My husband with my son and daughter on the Naples beach
When I was a kid growing up in Naples, FL, we went to the beach a lot. Sometimes we would go to the pier or the jetty to net shiners and dig up sand moles to fish for snook, flounder, and sheepshead. Sometimes my mom, my sister, my baby brother and I would walk the couple miles down to the beach and spend the day swimming and snorkelling. It was always a constant in my life, and something I took for granted.
Now my husband and my kids and I live inland. For the seven years that we lived in Evanston, IL, “the beach” was the shore of Lake Michigan. As far as I was concerned, it didn’t count: I stubbornly referred to the so-called “sea gulls” as “lake gulls.” A beach wasn’t a beach if it wasn’t white and alongside the ocean. Of course, I was sort of stretching that definition myself, since Naples is on the Gulf of Mexico, but it didn’t matter. It was big, it was salt water, it qualified.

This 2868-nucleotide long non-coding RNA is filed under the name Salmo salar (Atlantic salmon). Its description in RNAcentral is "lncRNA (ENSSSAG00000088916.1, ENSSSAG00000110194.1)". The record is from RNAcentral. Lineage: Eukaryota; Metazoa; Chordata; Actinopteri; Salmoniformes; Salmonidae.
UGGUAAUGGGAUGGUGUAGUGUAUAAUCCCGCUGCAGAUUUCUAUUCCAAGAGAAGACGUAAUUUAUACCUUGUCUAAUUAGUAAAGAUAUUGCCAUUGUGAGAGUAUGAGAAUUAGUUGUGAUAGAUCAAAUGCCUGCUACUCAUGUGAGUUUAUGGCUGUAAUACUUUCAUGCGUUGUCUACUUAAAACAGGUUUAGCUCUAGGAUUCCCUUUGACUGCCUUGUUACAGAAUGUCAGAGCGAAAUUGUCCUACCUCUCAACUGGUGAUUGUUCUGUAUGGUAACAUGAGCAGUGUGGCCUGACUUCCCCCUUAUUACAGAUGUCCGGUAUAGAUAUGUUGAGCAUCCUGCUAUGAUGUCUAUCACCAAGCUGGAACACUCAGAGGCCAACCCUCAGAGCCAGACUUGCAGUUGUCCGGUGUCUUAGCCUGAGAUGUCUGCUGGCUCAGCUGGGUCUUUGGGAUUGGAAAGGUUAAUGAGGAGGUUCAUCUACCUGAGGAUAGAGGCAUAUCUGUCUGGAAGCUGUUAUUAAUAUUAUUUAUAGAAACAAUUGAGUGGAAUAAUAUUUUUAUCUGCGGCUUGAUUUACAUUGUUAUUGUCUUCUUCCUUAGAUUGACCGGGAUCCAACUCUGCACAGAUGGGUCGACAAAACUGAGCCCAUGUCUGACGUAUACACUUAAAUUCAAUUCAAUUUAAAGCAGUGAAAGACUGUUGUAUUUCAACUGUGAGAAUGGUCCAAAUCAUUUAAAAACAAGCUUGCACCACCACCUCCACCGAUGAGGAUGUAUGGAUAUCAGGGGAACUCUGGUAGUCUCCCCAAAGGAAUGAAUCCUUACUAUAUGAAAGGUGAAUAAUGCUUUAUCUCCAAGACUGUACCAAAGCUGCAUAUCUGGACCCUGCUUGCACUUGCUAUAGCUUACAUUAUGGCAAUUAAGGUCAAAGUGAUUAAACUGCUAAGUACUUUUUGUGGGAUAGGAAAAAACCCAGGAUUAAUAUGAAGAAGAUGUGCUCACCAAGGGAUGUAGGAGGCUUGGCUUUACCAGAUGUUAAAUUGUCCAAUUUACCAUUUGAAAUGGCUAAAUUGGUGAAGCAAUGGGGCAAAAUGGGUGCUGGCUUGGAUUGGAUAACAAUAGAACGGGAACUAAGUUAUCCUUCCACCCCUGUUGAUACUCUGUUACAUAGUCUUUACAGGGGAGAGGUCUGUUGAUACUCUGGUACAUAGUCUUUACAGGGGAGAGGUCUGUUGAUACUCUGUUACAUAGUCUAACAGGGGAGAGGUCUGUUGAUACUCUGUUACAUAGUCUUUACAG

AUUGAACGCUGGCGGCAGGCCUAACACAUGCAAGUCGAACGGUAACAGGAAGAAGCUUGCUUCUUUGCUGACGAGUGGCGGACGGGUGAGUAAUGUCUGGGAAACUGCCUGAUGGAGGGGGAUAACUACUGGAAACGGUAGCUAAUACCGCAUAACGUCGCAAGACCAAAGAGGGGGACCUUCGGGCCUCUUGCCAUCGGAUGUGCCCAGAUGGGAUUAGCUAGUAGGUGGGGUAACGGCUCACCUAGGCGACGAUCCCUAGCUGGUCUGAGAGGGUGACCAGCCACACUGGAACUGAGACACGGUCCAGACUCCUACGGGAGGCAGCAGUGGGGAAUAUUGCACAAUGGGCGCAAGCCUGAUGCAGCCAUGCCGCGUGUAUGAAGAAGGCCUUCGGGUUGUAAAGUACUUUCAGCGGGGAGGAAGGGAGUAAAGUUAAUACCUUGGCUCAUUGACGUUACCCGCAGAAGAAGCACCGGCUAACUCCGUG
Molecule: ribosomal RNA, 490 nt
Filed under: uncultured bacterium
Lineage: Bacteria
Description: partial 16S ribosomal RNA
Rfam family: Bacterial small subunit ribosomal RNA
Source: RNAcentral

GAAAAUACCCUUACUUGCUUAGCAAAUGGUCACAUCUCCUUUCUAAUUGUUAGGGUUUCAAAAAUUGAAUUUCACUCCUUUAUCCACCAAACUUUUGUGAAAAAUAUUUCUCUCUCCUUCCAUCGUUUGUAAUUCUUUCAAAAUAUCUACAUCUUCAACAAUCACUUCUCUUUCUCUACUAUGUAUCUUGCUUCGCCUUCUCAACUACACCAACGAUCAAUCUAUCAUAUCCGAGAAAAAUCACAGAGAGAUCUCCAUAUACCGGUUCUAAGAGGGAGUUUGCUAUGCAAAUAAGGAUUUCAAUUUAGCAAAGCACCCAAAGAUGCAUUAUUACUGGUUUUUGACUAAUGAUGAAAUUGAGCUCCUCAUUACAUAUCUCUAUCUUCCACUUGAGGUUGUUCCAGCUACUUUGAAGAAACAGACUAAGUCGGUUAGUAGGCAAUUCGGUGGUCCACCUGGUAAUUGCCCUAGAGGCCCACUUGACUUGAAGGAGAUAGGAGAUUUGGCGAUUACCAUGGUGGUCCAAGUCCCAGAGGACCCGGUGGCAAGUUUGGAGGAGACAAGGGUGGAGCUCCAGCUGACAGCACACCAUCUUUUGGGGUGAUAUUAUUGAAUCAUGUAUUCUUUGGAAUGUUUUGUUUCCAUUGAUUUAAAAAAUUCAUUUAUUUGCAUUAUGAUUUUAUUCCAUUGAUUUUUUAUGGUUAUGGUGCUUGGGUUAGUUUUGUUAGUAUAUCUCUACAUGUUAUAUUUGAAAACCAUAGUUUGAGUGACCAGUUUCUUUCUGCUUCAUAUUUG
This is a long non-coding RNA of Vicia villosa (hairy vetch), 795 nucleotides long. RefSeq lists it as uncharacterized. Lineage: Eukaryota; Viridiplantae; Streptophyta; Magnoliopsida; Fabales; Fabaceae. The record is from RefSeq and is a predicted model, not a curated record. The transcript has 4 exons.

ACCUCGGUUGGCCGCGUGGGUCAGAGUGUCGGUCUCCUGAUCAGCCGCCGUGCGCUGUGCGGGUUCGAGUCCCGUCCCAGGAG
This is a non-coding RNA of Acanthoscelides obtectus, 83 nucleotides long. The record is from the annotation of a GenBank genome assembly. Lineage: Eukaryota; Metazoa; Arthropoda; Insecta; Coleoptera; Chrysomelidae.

My parents still live in Naples, so every time we visit them (like this week) we go to the beach. Watching my kids’ excitement as they run in the surf or build sand castles breathes life into my own memories, reminds me anew of how lucky I was to have the beach so close, even though I took it for granted.